That's not to say that some of the people mentioned in this thread don't fully meet the mark, but if any of them do, I haven't found so much as a simple assertion that any particular person has met the mark, even to the extent that one short interview-video was clear about how much food self-sufficiency that one couple in Oregon had achieved. (That simple interview was clear, but they weren't claiming to even meet the 50% mark, let alone 90%.) The seeming lack of comparable success stories, particularly by the 90% metric (which is a metric that makes sense/seems valuable to me), does make me wonder how effective self-identified permaculture ideas are when it comes to food and agriculture.
4 years ago

Tyler Ludens wrote:it would be great if everyone were practicing permaculture!



Tyler, thanks for your responses before and after my last post. I didn't see the one immediately before until after I posted the last post.

You said a couple things about "everyone." I think those are fine questions to consider and try to answer, but I don't think I meant for any of my questions to be applied to "everyone." My main question is all about the best examples that can be shared and talked about. Obviously some people will have accomplished more than others, will be higher on the eco scale, etc. I'm not trying to lay any criticisms on the low level people, but I would like to hear about people that have accomplished Paul's mid-level metrics with food (either individually or in community, particularly in some location in the US or similar to the US that I could relate to.) So to respond to your comment that I quoted, I'd like to see some examples of where permaculture can take people. It's a fair question, but I guess I'm personally not so interested in the hypothetical question of what it would look like if everyone started with the beginning steps. I'm most interested in what kind of outstanding examples there are from the mid-level steps, particularly when someone's food-agricultural footprint is 90%+ shaped by reasonably mature permaculture principles, free of the kind of compromises that may be commonly necessary/unavoidable in the earlier stages. Of course, food is just one aspect, but it's very important and fundamental, and it especially interests me.

Kurt, thanks for your very careful and thoughtful point by point response. Instead of talking about myself, I really meant to speak much more broadly to the question of the potential for buying and trading in contrast to more narrowly defined self-sufficiency, merely using my own location as an example of the kind of limits that are more or less the same in lots and lots of places. So consider my responses here in the same light. In other words, I'm content to grow/work towards the goal of growing (or foraging, etc.) a lot of these things for myself, but that's only because I don't seem to see as much potential in trading as you do, especially not without people primarily doing these things for themselves.

That's not to say I don't informally trade with neighbors. I've actually done quite a lot of that. Neighbors have also been very generous with me just giving me things (not that I'm needy, but I just have generous neighbors.) However, almost all of the food things I've gotten from neighbors aren't things I (or anyone else) could buy from them, and they're almost all things that my neighbors are primarily doing for themselves and merely sharing the perishable surpluses from the good years with me. So they're not available to buy. They're extremely unreliable. They're often just token quantities (although cumulatively they're significant.) They hardly ever consist of grains, pulses, or oil/oilseeds (precisely because people rarely grow these things for themselves), and if they do consist of dairy, pork, poultry/eggs, alcohol, or honey, they're almost always major compromises of the standards I laid out, i.e. generous gifts but generally a step backwards on the eco scale from supermarket organic.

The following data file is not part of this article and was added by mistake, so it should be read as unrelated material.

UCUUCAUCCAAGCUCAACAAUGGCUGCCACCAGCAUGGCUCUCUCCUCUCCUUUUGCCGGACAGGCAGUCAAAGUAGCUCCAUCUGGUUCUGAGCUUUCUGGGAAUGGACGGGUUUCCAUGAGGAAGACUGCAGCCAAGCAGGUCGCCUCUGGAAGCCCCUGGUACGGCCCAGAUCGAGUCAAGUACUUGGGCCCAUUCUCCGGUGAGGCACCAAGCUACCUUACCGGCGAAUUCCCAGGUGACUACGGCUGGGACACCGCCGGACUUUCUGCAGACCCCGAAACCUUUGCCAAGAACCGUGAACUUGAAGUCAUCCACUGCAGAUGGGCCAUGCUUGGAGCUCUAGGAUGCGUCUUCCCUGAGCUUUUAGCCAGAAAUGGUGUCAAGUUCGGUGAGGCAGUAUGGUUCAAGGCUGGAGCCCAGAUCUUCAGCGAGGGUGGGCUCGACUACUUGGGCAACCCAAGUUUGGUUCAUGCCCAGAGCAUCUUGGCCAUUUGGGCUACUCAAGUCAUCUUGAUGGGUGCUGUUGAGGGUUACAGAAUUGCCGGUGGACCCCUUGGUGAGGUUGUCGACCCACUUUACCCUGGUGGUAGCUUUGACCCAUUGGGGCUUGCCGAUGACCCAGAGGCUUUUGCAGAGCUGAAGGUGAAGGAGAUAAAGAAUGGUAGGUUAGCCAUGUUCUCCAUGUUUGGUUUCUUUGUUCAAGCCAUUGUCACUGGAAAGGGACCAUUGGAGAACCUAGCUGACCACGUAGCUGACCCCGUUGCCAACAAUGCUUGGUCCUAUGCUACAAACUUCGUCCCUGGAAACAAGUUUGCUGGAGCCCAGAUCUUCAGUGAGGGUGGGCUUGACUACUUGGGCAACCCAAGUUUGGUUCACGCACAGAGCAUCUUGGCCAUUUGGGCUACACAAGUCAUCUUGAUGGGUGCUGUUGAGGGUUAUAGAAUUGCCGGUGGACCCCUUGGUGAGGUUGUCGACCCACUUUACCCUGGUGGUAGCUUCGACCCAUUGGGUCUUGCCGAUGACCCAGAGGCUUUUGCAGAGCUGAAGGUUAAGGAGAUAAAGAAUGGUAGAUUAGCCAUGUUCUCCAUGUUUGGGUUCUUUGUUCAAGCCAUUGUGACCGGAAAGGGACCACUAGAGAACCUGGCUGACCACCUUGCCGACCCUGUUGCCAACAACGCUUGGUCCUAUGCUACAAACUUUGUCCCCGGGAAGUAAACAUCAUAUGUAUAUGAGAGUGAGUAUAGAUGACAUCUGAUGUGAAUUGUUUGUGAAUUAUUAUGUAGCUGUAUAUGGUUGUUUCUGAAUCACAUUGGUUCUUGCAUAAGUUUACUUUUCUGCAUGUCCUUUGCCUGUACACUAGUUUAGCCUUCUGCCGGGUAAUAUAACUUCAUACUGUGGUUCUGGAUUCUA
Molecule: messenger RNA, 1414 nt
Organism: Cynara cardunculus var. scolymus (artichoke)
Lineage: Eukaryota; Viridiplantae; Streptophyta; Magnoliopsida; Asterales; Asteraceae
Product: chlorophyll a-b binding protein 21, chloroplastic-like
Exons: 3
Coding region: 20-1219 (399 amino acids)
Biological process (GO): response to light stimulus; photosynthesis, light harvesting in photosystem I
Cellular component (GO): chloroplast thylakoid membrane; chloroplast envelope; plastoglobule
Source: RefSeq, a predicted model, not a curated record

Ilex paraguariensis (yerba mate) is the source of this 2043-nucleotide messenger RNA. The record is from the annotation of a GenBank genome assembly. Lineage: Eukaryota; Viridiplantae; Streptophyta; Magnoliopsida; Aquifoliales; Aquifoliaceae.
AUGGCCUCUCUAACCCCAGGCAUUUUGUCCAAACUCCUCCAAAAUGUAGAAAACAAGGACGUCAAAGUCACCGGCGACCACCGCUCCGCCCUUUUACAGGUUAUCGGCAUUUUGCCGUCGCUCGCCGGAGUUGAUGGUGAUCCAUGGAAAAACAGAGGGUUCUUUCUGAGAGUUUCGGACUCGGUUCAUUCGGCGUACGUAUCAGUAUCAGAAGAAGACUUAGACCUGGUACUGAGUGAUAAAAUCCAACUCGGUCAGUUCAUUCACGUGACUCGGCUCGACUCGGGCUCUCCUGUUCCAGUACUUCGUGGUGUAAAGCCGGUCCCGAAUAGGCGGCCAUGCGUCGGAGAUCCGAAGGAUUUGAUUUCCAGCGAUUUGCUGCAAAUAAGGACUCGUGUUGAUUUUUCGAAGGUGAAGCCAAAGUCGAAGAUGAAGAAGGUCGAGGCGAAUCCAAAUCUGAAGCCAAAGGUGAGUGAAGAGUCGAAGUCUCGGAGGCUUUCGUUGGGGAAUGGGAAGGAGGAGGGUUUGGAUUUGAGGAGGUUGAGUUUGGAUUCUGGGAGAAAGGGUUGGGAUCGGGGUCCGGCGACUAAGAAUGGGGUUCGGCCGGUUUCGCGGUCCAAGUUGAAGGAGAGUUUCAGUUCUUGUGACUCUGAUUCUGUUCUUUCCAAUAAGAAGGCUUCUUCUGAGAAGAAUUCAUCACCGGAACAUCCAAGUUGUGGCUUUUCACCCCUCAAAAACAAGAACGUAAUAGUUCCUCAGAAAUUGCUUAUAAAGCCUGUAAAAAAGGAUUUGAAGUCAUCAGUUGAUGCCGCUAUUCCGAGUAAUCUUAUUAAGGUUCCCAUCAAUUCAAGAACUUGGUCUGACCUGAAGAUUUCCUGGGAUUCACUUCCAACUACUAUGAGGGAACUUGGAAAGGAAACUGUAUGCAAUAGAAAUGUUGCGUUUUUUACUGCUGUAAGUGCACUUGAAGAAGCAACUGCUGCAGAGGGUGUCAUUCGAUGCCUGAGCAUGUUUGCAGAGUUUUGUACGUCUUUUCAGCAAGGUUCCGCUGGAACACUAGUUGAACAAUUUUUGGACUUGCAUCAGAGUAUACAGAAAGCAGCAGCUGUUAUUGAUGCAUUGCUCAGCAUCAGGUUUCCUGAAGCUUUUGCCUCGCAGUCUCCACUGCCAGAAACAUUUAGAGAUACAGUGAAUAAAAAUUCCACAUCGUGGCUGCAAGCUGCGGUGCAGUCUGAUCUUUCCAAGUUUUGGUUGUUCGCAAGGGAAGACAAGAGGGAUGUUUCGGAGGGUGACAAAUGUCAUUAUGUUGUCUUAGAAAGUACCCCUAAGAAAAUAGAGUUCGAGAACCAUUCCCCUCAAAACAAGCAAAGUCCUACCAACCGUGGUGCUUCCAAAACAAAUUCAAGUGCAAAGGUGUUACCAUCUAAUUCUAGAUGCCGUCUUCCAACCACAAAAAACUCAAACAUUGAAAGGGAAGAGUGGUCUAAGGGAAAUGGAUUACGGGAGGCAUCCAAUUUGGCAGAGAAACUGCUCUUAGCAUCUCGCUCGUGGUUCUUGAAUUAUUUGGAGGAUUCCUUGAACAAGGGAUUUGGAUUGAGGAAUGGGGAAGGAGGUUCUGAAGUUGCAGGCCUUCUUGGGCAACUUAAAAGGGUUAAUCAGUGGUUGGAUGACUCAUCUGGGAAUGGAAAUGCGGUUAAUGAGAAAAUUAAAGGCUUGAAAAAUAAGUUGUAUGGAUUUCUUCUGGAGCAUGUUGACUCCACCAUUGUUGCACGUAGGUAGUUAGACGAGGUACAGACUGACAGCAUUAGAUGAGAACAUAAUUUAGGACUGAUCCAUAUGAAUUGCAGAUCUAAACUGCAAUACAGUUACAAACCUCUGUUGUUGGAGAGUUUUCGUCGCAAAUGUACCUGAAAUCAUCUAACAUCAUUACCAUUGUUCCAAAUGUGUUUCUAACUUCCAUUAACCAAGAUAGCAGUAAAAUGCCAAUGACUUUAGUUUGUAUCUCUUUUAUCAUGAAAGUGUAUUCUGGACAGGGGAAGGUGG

As far as what can be bought:
1. Grains can, as you suggest, certainly be grown here local-organically. Like I said before a wide variety of items from almost all these categories used to be grown here before local agriculture was subsumed by industrialization and globalization.
2. A variety of pulses can also certainly be grown here as in most places people live, but the extreme rarity of local pulses on the market in any "first world" location indicates to me that the current market potential for pulses anywhere except in the home garden is extremely limited. Selling to alternative, niche markets and growing at that scale, even before forfeiting any cost-saving shortcuts for the sake of permaculture principles, adds substantially to cost/price. Where local pulses can be found, I think the relative price compared to the most affordable USDA organic pulses is greater than about anything else (at least 300% and probably 500 to 1500% of USDA organic prices). I believe in the value of community food sovereignty and organic principles no matter how cheap industrialized food gets in comparison, but customers are really going to have to know and trust their farmer before they pay 10 times the price of USDA organic for something that probably doesn't look or taste any better.
3. Raw milk from minimal grain dairies is available here locally, but I'm not aware of any such dairies that feed organic grain, let alone grain that represents any improvement over USDA organic minimum standards. Pasteurized all grass fed milk is also available, but all grass fed still allows for synthetic fertilizers, herbicides (used especially to prepare for planting annual forages), heat synchronizing hormone injections and other organically disallowed medications... things that may be used on raw milk dairies, too. There are also USDA organic dairies locally, but all of that milk is shipped to a processing plant three states away.